It's worth more because I am called to do something that was a heavy burdon on the heart of Jesus himself. Daily, I interact and do my best to assist, care, and show love to the widows and especially the orphans. Some people wear those WWJD bracelets while they go out partying or spend their time shopping at the mall, but this.... this is what Jesus would do. He'd seek God's calling and when God made it clear to Him what he should do He'd do it, and He'd suffer if need be, but do it with a selfless and loving and egoless heart. It's an honour to walk in shoes that Jesus would wear. I haven't mastered the selfless or egoless part, and I am not even good at being loving all the time but I am doing my best. I know this is where he wants me to serve and if I had to do it in a cardboard box and eat only rice to get it done, I would. The mercy and undeserved love of God is shown in the fact that I do it surrounded by all these earthly comforts.

So when I get questions like " BUT when are you going HOME?" I simply say "after work" and head back here to Chalala until tomorrow.... :)

(By the way, the power just came back just as my computer battery was going to become low... Thanks, Lord)

So- things are moving swiftly... we are 5 months into 2012! We are up to a total count of 45 children. 45 children who try my patience, make me laugh, make me cry, and fill my heart to the brim. Every school day they get breakfast and lunch, go to school and they have a schedule for coming to us for tutoring and games etc. The classroom is so helpful and the kitchen is underway (but still in progress so keep it in your prayers!).

I wish you could see the smile on their faces on the first day of school, or playing in the yard at the church site...

By way of my own progress, it's been a long and eventful- and tiring and amazing week! Last Tuesday I officially moved out of the Williamson's property and into my own place. I was blessed to find a 3 bedroom, 3 bathroom HOUSE on a decent sized plot of land which is newly built and has all new tile and is being fitted for new kitchen cabinets and counters. I got it for almost the same price I used to pay for my discounted studio apartment in Louisville... so yea. To say I am blessed is an understatement. It is also being installed with electric fencing and a push button gate opener... so that's also a blessing. I also got a "guard" dog for free- who's actually just a puppy... and am looking into getting a second one. Dogs are GREAT security here, as many Zambians fear dogs the way we'd fear someone who had a tiger chained in their front lawn.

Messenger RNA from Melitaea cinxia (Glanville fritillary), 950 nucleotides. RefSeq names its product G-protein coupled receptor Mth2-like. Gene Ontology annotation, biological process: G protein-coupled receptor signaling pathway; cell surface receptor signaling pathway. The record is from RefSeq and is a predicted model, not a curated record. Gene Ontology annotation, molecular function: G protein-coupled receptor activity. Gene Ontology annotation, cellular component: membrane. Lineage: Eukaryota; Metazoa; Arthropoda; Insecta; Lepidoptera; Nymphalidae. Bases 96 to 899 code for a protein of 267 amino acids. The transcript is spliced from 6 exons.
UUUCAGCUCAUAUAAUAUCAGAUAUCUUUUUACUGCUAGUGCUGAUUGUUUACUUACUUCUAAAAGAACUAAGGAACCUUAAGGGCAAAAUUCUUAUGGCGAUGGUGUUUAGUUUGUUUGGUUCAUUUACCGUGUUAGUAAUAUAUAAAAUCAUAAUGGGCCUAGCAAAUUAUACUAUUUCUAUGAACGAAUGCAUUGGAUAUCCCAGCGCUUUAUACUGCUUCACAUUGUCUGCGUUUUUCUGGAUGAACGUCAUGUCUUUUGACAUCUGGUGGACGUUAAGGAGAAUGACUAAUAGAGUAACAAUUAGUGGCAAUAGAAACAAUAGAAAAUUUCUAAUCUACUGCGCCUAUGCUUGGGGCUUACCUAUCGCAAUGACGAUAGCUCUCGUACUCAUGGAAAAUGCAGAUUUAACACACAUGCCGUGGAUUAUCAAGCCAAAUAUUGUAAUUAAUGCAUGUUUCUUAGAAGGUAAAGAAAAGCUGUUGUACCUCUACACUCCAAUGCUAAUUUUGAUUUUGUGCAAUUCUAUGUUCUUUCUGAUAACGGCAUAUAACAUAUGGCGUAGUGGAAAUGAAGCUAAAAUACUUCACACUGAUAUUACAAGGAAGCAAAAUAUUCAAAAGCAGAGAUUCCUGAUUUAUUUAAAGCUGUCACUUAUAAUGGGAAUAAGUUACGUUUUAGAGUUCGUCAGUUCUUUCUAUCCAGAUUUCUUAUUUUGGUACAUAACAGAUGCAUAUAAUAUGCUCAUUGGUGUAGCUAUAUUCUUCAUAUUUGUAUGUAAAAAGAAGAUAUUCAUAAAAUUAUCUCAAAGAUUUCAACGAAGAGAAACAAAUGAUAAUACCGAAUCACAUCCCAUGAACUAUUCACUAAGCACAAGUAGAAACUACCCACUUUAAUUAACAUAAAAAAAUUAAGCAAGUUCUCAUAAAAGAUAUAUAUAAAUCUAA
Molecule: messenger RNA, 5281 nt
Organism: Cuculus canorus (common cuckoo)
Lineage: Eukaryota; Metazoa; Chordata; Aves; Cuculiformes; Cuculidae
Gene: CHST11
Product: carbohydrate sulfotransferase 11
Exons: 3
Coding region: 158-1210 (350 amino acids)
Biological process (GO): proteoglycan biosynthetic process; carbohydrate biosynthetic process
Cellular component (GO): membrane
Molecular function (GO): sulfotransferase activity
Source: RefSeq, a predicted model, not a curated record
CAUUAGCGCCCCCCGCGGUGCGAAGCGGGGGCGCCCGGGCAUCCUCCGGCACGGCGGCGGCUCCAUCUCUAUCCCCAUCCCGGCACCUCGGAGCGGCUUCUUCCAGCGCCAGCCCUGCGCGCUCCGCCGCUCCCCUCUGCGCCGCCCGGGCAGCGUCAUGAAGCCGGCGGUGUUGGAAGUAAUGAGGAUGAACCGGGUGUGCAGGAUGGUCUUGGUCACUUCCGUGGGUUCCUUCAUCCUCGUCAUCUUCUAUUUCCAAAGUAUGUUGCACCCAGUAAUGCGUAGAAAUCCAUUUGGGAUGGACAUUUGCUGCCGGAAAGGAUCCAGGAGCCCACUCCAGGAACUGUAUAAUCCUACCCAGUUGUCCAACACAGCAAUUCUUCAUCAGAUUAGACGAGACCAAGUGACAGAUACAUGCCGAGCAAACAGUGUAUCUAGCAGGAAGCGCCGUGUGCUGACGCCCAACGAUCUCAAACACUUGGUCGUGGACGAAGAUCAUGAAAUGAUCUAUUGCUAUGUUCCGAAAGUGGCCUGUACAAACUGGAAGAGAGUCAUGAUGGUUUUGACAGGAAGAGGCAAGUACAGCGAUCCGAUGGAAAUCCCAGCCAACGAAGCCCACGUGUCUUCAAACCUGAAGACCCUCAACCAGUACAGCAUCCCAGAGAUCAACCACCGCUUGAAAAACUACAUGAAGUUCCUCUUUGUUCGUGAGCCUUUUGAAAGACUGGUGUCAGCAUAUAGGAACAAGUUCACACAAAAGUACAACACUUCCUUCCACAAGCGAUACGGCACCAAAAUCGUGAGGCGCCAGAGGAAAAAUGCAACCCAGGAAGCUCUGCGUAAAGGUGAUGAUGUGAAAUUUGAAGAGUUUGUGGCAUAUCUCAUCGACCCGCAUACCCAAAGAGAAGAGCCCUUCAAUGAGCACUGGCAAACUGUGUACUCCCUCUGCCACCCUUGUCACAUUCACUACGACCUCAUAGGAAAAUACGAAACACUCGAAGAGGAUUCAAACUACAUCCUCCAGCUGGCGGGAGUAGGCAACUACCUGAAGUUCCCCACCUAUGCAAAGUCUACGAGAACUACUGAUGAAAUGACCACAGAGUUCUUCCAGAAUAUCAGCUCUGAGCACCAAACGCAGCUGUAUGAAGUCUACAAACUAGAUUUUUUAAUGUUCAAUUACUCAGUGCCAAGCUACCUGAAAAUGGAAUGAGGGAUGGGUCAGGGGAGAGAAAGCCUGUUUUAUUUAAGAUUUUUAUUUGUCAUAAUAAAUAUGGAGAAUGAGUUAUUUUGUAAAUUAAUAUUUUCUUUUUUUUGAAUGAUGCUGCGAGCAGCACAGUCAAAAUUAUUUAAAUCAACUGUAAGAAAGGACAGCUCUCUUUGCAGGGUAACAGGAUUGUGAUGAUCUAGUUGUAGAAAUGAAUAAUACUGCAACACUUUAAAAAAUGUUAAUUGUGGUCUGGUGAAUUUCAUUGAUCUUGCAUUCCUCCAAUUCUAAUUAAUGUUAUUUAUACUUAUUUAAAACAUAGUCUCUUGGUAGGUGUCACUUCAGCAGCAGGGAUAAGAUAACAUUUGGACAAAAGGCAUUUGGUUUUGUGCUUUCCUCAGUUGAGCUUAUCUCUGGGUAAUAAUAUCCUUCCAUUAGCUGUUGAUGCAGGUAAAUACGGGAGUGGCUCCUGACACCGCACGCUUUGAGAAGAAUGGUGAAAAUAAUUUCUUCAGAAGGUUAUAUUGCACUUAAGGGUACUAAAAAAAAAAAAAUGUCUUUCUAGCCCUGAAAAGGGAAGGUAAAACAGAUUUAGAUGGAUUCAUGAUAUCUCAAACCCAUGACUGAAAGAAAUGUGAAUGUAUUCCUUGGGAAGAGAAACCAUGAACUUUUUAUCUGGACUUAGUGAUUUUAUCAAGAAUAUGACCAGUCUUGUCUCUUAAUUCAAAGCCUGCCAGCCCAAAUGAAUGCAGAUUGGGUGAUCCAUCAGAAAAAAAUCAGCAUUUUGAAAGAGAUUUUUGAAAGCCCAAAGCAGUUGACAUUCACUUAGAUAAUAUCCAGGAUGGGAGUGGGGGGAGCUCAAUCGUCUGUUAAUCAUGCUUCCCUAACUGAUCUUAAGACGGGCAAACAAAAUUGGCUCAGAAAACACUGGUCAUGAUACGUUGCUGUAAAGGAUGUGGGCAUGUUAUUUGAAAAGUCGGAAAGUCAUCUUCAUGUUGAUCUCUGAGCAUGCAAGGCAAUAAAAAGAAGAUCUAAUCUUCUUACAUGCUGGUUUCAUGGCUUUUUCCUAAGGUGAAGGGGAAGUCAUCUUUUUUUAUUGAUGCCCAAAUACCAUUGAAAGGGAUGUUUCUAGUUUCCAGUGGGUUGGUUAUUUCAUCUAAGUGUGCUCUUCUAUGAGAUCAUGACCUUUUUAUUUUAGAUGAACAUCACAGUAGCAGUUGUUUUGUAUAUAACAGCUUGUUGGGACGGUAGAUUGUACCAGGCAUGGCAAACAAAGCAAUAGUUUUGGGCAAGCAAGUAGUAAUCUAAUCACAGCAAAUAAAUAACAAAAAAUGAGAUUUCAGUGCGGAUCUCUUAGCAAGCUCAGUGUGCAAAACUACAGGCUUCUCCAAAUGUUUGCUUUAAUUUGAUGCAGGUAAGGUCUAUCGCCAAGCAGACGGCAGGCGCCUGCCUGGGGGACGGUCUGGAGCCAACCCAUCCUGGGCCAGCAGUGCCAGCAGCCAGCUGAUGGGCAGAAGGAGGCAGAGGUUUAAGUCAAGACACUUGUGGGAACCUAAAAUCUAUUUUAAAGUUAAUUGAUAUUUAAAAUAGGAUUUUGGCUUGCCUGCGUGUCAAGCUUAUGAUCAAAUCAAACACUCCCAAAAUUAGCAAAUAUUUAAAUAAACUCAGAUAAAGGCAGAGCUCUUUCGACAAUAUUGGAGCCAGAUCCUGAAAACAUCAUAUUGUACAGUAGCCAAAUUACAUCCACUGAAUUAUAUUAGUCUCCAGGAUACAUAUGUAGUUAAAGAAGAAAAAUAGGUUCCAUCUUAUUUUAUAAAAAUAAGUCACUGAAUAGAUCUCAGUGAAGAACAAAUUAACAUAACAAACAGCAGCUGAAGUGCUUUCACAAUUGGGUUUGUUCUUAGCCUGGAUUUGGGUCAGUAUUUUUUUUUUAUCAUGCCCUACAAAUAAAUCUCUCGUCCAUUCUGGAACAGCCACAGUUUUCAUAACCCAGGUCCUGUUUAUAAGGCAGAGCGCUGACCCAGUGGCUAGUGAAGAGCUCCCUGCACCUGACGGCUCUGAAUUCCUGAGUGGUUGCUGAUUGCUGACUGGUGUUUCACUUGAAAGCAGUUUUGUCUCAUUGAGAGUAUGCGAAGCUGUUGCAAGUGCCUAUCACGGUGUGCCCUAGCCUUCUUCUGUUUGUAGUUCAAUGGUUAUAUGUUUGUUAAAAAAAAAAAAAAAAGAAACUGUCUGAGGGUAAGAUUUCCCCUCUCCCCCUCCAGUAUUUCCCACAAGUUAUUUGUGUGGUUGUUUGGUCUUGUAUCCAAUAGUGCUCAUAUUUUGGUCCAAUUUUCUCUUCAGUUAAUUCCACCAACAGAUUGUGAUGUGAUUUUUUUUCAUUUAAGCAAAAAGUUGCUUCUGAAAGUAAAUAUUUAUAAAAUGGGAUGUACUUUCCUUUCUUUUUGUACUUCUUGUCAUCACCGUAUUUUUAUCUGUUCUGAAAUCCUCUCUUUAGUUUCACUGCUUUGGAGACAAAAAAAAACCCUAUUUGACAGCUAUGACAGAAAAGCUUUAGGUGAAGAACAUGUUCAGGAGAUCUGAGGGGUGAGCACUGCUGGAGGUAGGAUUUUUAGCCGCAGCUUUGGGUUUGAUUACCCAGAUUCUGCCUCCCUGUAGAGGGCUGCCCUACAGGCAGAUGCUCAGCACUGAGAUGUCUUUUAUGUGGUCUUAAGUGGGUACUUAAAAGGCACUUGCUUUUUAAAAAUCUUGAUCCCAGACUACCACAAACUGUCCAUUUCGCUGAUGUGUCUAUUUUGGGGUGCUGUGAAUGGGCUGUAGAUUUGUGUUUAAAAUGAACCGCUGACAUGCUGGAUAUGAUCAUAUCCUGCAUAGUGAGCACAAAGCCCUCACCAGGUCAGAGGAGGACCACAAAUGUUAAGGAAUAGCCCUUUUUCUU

The very first day I moved in, I locked up to go pick up the guy who was supposed to install something in the house, and when I got back the lock had broken and there was no way in, so while he pried I kicked and 30 minutes later- we were in! Needless to say I had to have those locks replaced. Thursday morning Enock came and set up my stove for me and then rewired a light that didnt work... then we headed to town to find new locks for the doors. We spent almost an hour doing from shop to shop trying to find some that would fit! Finally we did and he came and fixed them, but then the kitchen sink wasnt working. Every time the landlord's maintenance guy came to fix the sink, the water was off so he had to leave. Finally Enock told him- just buy a new faucet! So the landlord was supposed to deliver it on Friday. He did, but it was the wrong size so they left again and said they'd come back saturday.

Friday night I locked all the doors (18 locks in all) but somehow had the wrong key for the hall door- so when I locked it it locked me in for good! I went to sleep then Sat morning used my garden tools (all I had) and a key as a screwdriver and did everything I could to get it open. It wouldn't budge so I had a good cry then called the same maintenance guy. Everything was locked so an HOUR later he came and jumped over the fence, got my keys through the window, opened the grill door and front door, got inside and then simply found the right key and let me out! He still didnt have the right faucet so he left again and then came back in the afternoon and fixed the sink!

There's no such thing as cleaning out a house for the new tennants so I came into a LOT of filth and room by room I've been bleaching and cleaning and trying to put things in their place. Through all of this I got a terrible stomach bug on Tuesday (move day) which got worse on Wedsday and as it subsided that night, I got a sore throat, earaches and I've been coughing and sneezing since.

So I am exhausted, theres a LOT of work still to be done (I have barely touched the masterbedroom let ALONE the outside...) and amid all that I have still been working in Kabanana and also from home- getting their profiles written and lists updated and spreadsheets done...